Separation & Divorce

A married couple is “legally separated” as of the date on which the parties begin living separate and apart from each other and at least one of the parties intends to end their marital relationship. The parties must live in different residences to satisfy the “living separate and apart” requirement. The parties are not separated if they are residing in separate areas of the same residence. North Carolina does not require the parties to file any legal document or take any formal step to be legally separated other than to live separate and apart with the intention to end the marriage. The date of separation, if disputed between the parties, can be proved by witness testimony and other evidence of each party’s residence.

A party may file for for absolute divorce in North Carolina if at least one party has resided in North Carolina for six consecutive months prior to the filing of the divorce action and the parties have been separated for one full year prior to filing the divorce action. North Carolina is a “no-fault” divorce state so there is no legal advantage to being the party who files the divorce action.

A resumption of the marital relationship will end the parties’ separation. Termination of the separation may have adverse or unexpected legal consequences, especially if the parties already have signed a separation agreement resolving issues arising from their marriage. If you are separated and intend to resume your marital relationship, a family law attorney can review your situation and advise you of any legal ramifications that may need to be considered. Isolated incidents of sexual relations between spouses who are separated will not void the one-year period of separation.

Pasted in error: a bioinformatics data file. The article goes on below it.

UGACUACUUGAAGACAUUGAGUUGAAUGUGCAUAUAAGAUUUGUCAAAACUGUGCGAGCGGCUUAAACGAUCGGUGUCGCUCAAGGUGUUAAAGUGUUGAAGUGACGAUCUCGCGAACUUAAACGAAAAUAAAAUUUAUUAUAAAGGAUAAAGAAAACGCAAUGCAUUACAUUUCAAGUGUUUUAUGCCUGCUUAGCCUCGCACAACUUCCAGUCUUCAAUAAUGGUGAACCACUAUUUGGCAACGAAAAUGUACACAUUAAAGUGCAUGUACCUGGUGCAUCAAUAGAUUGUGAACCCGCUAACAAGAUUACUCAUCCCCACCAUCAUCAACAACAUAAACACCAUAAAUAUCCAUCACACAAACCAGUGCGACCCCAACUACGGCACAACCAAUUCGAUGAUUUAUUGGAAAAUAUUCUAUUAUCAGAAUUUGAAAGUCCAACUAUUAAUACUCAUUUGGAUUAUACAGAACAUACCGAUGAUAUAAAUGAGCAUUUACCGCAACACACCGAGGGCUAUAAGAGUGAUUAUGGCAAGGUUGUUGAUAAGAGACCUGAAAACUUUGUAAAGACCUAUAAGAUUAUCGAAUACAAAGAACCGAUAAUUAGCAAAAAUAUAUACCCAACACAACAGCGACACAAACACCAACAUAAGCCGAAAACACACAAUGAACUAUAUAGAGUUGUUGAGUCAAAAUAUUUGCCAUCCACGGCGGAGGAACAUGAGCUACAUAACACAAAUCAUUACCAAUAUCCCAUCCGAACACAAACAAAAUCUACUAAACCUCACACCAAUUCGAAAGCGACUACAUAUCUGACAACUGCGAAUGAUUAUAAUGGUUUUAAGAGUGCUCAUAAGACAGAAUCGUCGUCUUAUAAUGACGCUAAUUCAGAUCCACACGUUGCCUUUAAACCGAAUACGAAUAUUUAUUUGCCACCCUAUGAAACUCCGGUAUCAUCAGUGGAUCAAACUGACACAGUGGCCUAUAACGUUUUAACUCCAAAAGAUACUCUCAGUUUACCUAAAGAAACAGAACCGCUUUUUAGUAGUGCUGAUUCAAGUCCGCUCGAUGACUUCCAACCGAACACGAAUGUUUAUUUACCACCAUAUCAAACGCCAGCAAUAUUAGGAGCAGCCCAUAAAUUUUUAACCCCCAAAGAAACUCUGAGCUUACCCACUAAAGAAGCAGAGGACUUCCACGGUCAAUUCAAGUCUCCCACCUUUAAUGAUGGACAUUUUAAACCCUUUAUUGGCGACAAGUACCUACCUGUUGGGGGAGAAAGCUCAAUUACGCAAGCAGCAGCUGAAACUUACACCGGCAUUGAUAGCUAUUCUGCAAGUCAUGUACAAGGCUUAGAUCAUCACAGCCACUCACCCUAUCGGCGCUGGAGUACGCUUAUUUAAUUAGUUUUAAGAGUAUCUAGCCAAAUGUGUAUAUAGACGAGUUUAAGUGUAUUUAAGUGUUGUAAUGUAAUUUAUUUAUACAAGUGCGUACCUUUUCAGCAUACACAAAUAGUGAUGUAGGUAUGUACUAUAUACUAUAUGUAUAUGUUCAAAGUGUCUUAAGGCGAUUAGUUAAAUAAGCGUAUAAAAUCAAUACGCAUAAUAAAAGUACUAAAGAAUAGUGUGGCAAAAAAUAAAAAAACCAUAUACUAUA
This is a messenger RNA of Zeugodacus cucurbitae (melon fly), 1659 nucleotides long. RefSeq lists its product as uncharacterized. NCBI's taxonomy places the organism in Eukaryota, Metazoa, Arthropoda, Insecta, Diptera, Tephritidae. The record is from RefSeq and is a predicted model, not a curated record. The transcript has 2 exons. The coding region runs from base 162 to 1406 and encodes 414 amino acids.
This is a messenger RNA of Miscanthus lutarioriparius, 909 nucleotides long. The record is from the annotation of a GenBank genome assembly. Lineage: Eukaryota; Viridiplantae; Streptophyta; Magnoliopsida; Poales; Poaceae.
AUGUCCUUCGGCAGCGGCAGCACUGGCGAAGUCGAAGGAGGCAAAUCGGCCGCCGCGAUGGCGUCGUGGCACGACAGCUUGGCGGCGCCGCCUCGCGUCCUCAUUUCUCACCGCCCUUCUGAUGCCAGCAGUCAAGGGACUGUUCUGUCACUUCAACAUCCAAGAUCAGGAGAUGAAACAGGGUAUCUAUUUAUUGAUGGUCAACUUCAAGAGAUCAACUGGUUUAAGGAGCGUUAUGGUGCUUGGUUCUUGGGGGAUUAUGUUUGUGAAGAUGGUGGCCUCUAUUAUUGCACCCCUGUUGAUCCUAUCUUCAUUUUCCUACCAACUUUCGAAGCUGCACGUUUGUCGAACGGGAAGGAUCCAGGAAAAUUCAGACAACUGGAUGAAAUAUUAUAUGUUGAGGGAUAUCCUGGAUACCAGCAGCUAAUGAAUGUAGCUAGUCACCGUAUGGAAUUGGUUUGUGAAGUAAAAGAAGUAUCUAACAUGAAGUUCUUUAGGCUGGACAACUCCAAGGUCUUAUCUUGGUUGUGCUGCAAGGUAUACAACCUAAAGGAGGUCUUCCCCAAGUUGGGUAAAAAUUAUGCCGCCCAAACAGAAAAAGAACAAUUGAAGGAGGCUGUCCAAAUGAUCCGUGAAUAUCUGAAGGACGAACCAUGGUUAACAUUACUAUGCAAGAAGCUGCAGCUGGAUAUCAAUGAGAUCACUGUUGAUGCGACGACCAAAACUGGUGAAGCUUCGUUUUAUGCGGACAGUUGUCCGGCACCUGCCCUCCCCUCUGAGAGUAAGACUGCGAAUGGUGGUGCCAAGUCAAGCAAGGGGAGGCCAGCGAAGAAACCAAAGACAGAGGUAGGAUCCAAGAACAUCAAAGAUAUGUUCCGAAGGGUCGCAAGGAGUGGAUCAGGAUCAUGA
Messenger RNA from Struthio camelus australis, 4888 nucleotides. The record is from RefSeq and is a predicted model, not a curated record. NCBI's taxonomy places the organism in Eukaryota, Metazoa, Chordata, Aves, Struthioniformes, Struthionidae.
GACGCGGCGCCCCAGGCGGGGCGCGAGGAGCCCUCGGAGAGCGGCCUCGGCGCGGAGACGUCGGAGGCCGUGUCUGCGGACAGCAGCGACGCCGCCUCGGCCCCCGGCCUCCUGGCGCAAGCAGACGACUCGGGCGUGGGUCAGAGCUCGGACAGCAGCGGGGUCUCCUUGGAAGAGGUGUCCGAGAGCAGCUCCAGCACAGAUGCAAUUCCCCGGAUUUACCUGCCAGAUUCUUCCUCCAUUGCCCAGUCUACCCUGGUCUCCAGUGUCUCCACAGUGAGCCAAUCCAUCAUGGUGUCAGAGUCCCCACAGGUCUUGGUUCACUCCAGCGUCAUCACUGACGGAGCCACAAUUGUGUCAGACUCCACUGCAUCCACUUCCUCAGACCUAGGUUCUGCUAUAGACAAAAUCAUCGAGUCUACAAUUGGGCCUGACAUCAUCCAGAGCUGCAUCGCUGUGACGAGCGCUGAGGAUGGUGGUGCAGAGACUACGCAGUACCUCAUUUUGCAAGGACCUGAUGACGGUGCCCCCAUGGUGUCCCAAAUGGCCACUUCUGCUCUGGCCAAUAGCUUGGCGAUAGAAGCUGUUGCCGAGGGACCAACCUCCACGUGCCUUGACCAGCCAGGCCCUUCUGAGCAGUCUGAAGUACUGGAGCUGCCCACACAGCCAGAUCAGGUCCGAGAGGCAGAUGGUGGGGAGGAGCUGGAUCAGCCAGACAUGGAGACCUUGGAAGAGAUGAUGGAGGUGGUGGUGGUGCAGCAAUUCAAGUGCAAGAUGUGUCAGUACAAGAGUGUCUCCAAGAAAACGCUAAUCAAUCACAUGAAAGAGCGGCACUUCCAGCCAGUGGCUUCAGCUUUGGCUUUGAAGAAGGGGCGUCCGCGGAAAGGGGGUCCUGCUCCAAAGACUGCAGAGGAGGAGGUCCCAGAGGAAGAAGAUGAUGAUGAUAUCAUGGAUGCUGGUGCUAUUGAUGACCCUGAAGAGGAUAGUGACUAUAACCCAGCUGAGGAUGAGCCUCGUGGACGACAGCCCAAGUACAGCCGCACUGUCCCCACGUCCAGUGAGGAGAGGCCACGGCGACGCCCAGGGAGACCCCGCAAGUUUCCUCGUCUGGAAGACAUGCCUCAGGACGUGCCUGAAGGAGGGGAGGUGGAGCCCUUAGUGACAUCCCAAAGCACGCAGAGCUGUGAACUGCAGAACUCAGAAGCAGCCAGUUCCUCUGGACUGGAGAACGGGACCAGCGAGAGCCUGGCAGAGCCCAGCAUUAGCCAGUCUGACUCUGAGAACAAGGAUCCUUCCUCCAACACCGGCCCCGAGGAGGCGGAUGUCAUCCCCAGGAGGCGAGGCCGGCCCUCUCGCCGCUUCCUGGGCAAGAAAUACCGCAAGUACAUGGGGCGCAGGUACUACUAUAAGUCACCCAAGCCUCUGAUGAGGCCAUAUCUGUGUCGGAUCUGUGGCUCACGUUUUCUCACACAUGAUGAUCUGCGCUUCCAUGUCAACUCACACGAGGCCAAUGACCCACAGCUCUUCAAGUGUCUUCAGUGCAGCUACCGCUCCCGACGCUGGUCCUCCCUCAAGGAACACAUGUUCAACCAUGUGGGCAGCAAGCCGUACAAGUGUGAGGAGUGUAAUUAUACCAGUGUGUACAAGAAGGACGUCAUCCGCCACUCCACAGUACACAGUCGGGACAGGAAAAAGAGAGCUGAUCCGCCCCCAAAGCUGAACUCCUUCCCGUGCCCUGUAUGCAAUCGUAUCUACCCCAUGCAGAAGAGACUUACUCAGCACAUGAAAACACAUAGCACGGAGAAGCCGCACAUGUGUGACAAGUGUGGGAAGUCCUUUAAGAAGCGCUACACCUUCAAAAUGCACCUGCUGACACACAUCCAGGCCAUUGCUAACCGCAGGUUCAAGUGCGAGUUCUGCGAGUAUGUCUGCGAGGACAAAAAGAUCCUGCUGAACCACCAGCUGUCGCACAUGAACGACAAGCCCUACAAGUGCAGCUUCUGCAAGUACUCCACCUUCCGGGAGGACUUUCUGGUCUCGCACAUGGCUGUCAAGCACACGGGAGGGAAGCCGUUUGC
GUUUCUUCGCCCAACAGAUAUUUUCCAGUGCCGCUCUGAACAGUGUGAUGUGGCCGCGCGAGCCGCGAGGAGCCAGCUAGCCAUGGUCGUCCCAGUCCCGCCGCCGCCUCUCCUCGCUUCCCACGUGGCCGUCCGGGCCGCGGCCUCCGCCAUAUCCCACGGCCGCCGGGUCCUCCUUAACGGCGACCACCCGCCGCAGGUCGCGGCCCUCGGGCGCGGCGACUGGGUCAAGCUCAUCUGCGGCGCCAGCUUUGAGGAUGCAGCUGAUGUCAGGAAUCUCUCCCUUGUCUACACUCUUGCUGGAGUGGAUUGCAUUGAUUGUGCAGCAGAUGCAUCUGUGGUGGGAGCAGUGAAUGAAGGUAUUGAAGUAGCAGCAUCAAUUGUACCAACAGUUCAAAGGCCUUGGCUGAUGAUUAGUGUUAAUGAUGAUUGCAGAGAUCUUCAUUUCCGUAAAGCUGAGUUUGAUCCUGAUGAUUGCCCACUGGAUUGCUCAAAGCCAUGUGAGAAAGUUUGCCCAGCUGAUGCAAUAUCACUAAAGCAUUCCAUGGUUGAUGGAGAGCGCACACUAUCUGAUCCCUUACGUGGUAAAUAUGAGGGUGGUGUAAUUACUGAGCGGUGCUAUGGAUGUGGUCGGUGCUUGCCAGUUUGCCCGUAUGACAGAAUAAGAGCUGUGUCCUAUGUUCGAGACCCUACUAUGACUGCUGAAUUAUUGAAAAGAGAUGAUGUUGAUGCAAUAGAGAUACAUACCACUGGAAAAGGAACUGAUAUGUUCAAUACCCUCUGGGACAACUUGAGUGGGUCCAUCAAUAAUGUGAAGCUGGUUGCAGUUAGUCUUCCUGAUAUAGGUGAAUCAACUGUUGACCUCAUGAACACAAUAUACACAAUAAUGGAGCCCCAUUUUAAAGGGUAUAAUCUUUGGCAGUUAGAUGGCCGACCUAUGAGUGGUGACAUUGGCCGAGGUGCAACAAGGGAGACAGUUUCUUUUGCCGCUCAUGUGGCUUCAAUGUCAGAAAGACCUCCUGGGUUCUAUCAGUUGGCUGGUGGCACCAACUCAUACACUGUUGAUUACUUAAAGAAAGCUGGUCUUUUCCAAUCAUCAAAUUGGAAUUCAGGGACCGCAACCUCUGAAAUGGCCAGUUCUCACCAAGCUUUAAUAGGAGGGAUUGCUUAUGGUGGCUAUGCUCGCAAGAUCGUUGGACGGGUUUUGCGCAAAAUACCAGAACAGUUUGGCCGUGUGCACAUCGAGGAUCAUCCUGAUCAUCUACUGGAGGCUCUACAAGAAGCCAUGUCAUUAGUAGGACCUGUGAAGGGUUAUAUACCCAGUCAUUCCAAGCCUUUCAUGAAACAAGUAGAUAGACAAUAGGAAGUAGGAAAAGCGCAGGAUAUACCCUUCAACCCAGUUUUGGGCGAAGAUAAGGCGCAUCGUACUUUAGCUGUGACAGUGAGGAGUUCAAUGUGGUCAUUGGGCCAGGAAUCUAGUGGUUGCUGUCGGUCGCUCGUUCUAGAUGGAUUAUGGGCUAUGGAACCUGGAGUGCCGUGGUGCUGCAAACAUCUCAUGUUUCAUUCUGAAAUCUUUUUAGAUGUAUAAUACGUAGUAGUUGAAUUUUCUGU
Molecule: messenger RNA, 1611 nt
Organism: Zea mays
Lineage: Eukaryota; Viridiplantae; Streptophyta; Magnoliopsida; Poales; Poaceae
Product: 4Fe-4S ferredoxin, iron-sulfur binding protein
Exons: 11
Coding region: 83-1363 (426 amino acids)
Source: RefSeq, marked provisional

The parties may pursue other claims arising from their marital separation, including child custody, child support, postseparation support, alimony, and equitable distribution, in a separate lawsuit filed prior to divorce or as part of the divorce action. If claims for spousal support and property division are not settled by the parties or pending in a lawsuit prior to divorce, those claims are automatically extinguished by divorce. Divorce also terminates the right to inherit through intestacy and other estate rights arising from the death of a spouse.

Entry of a judgment of divorce has serious legal consequences. If you are served with a complaint for absolute divorce, or intend to represent yourself in the divorce process, you will benefit from having a consultation with a family law attorney to ensure that you are not waiving rights that you did not know you had or did not understand that you were waiving.

The family law attorneys at Tharrington Smith have built their reputation on providing effective and efficient legal representation in all aspects of family law. Whether you need assistance with a simple divorce or a complex equitable distribution matter, our team of dedicated legal professionals is available to serve you. Please contact our office today to see how we may be of assistance to you.

Separation & Divorce

Divorce & Family Law

Family Law Section Lawyers